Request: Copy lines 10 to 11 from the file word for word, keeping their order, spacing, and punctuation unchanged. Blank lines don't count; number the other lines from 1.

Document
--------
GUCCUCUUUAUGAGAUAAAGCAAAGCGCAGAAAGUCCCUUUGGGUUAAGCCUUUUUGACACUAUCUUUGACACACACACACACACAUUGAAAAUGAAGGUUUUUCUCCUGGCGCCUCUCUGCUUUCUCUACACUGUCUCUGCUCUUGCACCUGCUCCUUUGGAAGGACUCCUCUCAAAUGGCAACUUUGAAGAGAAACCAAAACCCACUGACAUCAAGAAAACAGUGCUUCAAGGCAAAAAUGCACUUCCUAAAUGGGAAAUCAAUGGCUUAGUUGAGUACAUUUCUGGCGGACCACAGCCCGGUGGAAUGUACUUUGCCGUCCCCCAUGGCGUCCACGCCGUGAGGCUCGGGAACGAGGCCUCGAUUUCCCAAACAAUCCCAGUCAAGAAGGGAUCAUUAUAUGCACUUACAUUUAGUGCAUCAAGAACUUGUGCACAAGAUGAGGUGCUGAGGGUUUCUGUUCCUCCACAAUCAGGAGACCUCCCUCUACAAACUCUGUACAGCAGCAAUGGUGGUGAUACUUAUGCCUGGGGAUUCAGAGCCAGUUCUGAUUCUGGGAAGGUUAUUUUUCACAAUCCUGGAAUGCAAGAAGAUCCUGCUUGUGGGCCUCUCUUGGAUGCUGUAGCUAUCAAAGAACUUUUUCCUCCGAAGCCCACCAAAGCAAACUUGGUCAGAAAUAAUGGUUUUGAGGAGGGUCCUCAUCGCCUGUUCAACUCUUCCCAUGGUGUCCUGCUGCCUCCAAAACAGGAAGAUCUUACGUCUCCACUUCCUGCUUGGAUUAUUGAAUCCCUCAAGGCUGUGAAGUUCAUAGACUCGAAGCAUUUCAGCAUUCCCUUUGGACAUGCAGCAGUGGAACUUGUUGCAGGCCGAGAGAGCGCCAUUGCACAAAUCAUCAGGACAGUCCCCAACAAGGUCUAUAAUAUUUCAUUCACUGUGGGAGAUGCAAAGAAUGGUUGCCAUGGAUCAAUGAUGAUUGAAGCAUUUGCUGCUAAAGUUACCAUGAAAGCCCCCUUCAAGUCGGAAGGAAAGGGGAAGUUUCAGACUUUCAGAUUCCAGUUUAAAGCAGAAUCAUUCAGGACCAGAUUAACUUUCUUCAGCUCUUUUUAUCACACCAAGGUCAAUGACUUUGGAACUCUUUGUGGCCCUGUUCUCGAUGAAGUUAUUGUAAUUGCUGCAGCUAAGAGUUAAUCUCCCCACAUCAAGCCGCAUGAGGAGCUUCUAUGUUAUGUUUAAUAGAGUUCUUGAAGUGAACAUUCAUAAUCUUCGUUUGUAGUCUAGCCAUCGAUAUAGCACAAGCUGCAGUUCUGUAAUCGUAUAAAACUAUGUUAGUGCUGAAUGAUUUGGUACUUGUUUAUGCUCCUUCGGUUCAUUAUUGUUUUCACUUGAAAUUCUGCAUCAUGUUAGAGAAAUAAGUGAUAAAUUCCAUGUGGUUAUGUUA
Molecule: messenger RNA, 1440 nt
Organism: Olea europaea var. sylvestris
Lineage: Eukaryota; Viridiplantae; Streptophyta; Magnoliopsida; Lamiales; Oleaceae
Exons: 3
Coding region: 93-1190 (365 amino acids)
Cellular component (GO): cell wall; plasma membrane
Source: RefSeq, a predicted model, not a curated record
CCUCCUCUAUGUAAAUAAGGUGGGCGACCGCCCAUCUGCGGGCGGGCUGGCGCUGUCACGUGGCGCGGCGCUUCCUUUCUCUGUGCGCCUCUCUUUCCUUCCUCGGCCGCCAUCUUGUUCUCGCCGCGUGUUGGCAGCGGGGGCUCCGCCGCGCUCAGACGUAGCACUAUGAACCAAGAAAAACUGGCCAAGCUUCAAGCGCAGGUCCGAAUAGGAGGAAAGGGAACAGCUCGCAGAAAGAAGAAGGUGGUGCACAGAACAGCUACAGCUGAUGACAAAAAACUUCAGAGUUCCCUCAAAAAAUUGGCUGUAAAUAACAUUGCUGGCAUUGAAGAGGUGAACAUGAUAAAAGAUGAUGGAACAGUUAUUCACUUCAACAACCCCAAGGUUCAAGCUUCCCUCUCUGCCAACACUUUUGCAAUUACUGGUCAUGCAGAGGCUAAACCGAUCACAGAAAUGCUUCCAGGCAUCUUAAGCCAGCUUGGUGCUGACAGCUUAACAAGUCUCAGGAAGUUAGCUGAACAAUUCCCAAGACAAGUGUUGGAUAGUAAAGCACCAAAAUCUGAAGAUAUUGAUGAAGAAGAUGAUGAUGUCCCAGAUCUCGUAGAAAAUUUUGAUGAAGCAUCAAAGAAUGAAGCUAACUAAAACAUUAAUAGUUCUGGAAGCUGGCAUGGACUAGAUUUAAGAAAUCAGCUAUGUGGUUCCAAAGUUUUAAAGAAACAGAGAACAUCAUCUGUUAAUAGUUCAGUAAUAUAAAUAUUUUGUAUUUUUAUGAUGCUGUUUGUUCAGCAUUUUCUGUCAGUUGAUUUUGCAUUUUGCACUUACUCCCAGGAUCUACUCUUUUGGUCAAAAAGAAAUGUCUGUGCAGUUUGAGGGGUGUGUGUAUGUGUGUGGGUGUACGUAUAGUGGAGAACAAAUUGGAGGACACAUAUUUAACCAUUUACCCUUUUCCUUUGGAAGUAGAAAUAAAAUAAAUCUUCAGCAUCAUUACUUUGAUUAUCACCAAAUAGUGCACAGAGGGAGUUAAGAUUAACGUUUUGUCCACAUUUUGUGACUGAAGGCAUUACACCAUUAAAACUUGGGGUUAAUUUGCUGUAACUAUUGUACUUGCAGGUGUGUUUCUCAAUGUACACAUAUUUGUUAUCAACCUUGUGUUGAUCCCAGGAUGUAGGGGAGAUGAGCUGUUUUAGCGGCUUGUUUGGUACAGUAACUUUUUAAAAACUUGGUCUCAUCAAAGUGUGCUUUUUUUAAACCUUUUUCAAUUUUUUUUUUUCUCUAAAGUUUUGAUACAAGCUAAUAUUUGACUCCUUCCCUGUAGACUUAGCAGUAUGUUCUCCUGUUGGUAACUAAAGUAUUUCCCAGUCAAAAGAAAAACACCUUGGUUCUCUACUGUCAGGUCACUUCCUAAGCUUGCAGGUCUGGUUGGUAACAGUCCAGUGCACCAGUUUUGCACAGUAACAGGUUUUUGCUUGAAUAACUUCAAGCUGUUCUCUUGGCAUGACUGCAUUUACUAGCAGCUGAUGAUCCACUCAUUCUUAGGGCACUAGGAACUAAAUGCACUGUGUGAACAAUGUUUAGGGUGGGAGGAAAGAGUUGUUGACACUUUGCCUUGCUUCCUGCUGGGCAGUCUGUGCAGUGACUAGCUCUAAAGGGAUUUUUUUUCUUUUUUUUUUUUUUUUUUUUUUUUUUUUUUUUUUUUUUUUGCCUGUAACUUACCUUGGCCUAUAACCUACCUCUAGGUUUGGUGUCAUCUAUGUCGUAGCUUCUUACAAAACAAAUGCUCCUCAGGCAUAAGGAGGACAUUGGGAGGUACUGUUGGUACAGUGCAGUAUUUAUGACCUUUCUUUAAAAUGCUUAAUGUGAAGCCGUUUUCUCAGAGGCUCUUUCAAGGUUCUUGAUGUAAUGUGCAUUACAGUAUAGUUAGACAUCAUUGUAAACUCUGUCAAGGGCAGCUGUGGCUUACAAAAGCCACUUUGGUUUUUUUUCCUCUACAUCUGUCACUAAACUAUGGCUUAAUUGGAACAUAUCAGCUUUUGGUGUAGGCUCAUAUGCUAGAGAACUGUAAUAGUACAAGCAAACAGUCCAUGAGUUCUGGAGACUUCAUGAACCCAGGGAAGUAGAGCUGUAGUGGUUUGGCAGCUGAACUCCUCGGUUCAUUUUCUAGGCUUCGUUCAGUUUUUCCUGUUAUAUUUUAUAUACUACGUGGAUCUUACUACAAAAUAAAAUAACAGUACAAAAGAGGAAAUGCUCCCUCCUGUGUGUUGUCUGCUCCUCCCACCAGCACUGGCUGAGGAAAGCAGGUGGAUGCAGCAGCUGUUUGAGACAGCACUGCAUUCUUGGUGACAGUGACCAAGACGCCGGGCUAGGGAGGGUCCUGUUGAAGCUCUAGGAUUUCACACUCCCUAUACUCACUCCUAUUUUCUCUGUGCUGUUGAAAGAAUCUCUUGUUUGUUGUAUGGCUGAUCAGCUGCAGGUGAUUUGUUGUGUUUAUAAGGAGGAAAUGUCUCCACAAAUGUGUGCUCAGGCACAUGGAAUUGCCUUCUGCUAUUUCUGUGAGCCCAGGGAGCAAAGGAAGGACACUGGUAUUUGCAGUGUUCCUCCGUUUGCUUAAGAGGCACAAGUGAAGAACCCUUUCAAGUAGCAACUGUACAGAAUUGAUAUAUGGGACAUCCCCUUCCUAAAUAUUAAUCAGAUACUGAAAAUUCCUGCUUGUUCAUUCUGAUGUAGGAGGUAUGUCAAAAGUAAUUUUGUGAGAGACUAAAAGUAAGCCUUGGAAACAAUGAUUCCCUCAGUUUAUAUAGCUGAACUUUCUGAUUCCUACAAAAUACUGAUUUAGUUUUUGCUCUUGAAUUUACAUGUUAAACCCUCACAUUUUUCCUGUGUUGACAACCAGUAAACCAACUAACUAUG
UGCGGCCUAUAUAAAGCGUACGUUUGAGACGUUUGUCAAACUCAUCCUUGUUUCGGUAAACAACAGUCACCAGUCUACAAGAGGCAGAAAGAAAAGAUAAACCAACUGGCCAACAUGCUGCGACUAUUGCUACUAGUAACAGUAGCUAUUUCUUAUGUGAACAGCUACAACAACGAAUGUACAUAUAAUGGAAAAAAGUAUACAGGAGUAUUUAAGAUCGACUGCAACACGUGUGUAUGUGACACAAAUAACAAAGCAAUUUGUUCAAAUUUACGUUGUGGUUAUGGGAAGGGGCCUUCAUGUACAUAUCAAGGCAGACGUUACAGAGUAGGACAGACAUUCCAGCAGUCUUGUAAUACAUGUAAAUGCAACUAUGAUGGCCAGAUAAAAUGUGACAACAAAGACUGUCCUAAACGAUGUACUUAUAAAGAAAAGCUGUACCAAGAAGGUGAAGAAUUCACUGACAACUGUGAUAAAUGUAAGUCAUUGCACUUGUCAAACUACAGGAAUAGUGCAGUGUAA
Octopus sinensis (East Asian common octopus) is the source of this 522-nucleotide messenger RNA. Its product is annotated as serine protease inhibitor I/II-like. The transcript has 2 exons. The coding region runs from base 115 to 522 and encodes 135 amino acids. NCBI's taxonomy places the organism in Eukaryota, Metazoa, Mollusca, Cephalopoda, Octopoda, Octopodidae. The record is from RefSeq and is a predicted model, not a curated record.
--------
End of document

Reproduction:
UGCGGCCUAUAUAAAGCGUACGUUUGAGACGUUUGUCAAACUCAUCCUUGUUUCGGUAAACAACAGUCACCAGUCUACAAGAGGCAGAAAGAAAAGAUAAACCAACUGGCCAACAUGCUGCGACUAUUGCUACUAGUAACAGUAGCUAUUUCUUAUGUGAACAGCUACAACAACGAAUGUACAUAUAAUGGAAAAAAGUAUACAGGAGUAUUUAAGAUCGACUGCAACACGUGUGUAUGUGACACAAAUAACAAAGCAAUUUGUUCAAAUUUACGUUGUGGUUAUGGGAAGGGGCCUUCAUGUACAUAUCAAGGCAGACGUUACAGAGUAGGACAGACAUUCCAGCAGUCUUGUAAUACAUGUAAAUGCAACUAUGAUGGCCAGAUAAAAUGUGACAACAAAGACUGUCCUAAACGAUGUACUUAUAAAGAAAAGCUGUACCAAGAAGGUGAAGAAUUCACUGACAACUGUGAUAAAUGUAAGUCAUUGCACUUGUCAAACUACAGGAAUAGUGCAGUGUAA
Octopus sinensis (East Asian common octopus) is the source of this 522-nucleotide messenger RNA. Its product is annotated as serine protease inhibitor I/II-like. The transcript has 2 exons. The coding region runs from base 115 to 522 and encodes 135 amino acids. NCBI's taxonomy places the organism in Eukaryota, Metazoa, Mollusca, Cephalopoda, Octopoda, Octopodidae. The record is from RefSeq and is a predicted model, not a curated record.